Milk price fluctuations are a continual headache for British farmers, but imagine if you had to battle inflation and huge interest rates on finance at the same time. Historically, for Argentinian farmers, this has been a day-to-day reality.
When global milk prices dropped through the floor in 2016, Argentina was experiencing inflation rates of 40%. The country has struggled to control inflation for many years due to a variety of complex reasons linked to a turbulent political environment.
In the eighties, inflation hit an eye-watering 5,000%. Last year they were at 21.6% (median), whilst in February this year, they were 25.4%. At the same time, wages haven’t always kept up.
Agricultural strategy consultant from Quarterra, Monica Ganley tells me that Argentinian consumers are used to prices going up and down on supermarket shelves. However high costs have impacted on dairy product sales, and particularly fresh products like yoghurts.
At the same time, the inflation story has affected farm input costs. Maize and soya prices have been fairly protected due to their link to the US dollar, but other inputs, such as medicines have escalated.
Over a coffee in her home of Pilar, to the north of Buenos Aires, Monica said things were picking up, but a couple of years ago, farmers were in “really rough shape.”
“Argentina has some incredible (cattle) genetics and a really great climate for making dairy, but nobody has had the capital to invest in their milking facilities for example,” she explained. “If you go to Santa Fe, which is the crib of milk production here, people are milking with such little technology just because they haven’t had the money available to them to invest.”
Monica Ganley (above) explains how inflation and a lack of access to credit has hindered dairy development in Argentina.
A lack of access to credit adds to the challenge. Monica tells me that historically, to buy a house in Argentina, cash has been the only option – so it has almost been a case of turning up to the sale with several suitcases of pesos! Today, things have improved slightly, with the government introducing mortgage options.
Looking back to 2012, Monica cites her own experience of trying to buy a car, where she was quoted a finance interest rate of 25%. You can imagine the huge prohibitive cost of investing in a new milking parlour!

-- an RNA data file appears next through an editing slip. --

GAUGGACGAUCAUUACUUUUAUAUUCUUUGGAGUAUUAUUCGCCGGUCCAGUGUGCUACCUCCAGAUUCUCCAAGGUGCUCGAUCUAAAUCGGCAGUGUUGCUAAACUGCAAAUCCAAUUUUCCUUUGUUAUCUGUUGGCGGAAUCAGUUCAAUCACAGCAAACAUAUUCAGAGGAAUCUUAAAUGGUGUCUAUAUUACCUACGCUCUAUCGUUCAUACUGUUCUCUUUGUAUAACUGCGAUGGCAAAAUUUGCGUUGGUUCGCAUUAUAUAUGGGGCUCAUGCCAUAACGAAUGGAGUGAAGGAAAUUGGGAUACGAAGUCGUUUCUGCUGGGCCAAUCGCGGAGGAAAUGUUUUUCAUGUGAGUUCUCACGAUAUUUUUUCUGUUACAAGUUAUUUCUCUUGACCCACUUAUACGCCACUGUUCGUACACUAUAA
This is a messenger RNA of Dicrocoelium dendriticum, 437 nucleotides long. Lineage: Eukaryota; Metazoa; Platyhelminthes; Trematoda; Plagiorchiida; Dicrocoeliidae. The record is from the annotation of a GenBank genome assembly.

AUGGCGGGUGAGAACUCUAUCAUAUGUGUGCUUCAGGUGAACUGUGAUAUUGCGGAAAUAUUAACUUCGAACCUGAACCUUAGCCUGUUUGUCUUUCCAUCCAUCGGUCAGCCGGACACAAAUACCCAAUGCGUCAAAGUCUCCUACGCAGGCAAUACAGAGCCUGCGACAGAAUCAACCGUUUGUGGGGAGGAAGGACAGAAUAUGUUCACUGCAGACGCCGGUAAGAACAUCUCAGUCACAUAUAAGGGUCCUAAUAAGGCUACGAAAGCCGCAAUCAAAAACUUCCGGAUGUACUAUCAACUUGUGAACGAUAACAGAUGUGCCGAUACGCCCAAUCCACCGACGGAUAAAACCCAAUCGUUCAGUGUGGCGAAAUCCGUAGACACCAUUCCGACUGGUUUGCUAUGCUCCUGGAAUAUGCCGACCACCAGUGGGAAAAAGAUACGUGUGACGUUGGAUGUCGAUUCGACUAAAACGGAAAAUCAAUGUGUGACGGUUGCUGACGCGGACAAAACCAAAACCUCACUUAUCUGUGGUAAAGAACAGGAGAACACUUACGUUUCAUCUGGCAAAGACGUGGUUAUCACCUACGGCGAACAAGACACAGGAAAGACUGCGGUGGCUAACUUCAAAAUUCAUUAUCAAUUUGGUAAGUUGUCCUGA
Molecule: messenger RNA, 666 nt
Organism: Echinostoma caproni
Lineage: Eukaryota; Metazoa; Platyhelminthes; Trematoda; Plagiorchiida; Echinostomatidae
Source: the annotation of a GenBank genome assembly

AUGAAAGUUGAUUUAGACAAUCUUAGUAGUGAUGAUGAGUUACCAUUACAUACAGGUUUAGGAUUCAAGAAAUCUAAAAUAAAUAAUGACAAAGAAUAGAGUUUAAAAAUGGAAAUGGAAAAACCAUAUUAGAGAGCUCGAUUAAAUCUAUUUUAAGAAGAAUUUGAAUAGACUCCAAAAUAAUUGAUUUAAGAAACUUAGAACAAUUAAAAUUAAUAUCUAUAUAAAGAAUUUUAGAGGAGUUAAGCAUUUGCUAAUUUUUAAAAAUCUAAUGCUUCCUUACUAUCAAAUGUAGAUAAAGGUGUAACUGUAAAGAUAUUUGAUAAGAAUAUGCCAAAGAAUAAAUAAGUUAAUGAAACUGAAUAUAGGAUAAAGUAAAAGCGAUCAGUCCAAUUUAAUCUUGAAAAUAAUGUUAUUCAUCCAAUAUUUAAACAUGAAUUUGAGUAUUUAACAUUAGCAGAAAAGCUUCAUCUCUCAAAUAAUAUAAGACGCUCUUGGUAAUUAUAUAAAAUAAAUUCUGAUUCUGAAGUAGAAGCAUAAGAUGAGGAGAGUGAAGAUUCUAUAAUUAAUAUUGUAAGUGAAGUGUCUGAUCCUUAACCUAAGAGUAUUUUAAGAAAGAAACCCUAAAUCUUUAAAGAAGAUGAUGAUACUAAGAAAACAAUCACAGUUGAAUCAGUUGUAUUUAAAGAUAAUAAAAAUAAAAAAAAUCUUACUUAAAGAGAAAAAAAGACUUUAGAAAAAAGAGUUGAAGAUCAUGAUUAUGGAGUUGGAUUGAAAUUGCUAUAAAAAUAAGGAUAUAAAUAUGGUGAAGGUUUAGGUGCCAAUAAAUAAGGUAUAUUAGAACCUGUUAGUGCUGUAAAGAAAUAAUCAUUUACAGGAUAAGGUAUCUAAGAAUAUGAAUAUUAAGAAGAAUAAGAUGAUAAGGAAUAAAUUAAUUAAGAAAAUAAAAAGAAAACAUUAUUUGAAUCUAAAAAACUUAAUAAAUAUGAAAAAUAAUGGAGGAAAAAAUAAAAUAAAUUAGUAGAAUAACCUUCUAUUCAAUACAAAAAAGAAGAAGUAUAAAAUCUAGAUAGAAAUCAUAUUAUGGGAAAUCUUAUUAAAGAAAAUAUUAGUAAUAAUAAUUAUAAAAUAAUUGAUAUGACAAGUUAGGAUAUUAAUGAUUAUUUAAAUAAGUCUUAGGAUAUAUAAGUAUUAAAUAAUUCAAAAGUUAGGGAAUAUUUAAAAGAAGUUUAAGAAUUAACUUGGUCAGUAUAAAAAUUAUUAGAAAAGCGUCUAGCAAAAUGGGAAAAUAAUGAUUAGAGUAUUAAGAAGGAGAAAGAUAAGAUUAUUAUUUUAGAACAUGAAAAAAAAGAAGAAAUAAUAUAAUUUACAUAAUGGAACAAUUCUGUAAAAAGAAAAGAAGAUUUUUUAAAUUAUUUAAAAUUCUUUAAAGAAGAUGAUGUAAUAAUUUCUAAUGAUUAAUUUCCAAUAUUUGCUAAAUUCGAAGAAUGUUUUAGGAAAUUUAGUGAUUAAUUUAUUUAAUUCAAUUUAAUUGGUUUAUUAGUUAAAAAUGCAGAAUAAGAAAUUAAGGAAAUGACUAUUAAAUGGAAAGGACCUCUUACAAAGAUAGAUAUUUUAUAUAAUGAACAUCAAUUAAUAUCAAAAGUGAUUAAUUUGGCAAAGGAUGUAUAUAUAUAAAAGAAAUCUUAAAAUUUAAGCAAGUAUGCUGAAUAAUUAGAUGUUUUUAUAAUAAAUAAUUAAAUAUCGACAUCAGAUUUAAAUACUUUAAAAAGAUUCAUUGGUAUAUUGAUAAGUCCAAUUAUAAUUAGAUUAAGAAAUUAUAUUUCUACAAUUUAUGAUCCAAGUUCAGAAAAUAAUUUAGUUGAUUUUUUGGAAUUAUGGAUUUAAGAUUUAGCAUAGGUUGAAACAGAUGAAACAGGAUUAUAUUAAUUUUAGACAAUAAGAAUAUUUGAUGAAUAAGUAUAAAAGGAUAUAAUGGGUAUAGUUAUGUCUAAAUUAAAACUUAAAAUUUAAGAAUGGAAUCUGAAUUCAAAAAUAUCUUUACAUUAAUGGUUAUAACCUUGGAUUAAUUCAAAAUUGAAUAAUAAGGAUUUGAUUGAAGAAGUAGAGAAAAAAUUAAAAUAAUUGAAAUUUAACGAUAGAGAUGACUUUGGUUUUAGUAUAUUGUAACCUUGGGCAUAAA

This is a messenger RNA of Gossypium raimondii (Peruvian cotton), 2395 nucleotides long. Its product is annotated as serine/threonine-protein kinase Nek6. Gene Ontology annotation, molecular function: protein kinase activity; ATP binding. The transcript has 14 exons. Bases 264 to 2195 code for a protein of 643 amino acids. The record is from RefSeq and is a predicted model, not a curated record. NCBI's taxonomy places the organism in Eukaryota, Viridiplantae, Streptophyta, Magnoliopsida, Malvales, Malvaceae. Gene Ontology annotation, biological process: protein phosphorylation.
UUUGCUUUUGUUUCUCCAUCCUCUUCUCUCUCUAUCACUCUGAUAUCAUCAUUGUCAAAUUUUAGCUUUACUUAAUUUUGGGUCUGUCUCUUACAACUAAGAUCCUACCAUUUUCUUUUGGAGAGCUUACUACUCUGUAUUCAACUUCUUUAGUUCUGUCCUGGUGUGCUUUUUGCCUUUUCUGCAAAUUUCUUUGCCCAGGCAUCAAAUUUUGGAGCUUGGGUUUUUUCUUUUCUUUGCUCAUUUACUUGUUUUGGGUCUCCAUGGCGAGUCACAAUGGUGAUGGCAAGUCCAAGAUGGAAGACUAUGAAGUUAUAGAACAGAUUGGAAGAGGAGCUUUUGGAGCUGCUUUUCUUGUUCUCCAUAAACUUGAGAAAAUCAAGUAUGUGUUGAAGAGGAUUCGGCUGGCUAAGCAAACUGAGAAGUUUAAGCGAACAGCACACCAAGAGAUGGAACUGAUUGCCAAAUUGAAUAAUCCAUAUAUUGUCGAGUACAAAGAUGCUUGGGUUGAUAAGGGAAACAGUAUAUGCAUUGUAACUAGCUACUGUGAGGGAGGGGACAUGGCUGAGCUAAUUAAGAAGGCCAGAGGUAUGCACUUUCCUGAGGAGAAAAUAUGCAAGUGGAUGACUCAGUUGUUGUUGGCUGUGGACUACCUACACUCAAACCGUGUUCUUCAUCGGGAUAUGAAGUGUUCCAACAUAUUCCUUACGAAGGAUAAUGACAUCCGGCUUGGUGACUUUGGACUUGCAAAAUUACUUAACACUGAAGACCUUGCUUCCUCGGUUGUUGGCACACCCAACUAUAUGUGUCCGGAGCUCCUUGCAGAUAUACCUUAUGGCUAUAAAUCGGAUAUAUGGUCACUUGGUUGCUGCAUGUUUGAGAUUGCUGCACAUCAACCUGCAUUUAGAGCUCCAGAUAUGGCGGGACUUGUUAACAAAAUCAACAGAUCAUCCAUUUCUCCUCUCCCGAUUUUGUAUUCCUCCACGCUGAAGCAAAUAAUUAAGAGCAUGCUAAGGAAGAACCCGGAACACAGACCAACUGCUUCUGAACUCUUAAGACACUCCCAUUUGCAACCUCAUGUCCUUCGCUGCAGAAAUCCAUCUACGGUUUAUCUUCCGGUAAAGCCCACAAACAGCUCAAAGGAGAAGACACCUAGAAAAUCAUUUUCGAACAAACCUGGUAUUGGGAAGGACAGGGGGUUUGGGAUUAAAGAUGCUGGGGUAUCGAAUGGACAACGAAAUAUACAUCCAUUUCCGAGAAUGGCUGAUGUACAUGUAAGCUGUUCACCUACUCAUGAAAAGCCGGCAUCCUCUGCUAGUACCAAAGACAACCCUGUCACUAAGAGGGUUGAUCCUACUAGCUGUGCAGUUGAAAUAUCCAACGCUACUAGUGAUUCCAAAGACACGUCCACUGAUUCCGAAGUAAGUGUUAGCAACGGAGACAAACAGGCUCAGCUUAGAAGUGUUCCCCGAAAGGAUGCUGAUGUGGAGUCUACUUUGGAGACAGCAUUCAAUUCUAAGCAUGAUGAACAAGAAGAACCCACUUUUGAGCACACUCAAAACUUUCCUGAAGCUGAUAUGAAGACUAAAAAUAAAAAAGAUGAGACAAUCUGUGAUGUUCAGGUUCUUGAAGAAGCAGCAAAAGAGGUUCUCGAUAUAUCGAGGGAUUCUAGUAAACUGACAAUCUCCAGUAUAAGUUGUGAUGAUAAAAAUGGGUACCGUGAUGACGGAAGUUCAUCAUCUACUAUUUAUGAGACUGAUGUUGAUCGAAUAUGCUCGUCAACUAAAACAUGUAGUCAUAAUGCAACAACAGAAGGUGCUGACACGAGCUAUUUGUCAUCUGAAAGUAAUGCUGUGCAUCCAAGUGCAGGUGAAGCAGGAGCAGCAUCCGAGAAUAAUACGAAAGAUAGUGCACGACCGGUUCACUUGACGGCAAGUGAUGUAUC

Monica tells me that the low level of investment in Argentinian dairying is in stark contrast to other, more stable South American countries such as Chile and Uruguay.
She says: “I went to a dairy conference in Chile – not last year, but the year before – and there was a guy there with a 200 cow Jersey farm with robotic milkers. You would never in a thousand years see a robotic milker here (Argentina) and that’s crazy because labour is such a problem.”
Apparently the issue with labour in Argentina isn’t due to supply, but is instead linked to employee “rights.” This stems from the country’s populist political history and large number of worker unions.
For example, employers have to pay thirteen month’s worth of salary a year! Firing an employee is also extremely difficult, whilst workers also have to receive very generous medical and maternity support.
However, it’s not all doom and gloom. In recent months, things have started to improve for Argentinian dairy producers. This is largely linked to the global uplift in milk price, but also the overall improvement in Argentina’s economic situation since the election of a new government in 2015 (more to come on this).
Monica says economic improvements have been slow and not as dramatic as everyone would like. However, consumer confidence has improved – something which has not yet translated into a substantial uplift in purchasing of dairy products. “I think things are getting better and that’s affecting dairy farmers as well,” she adds.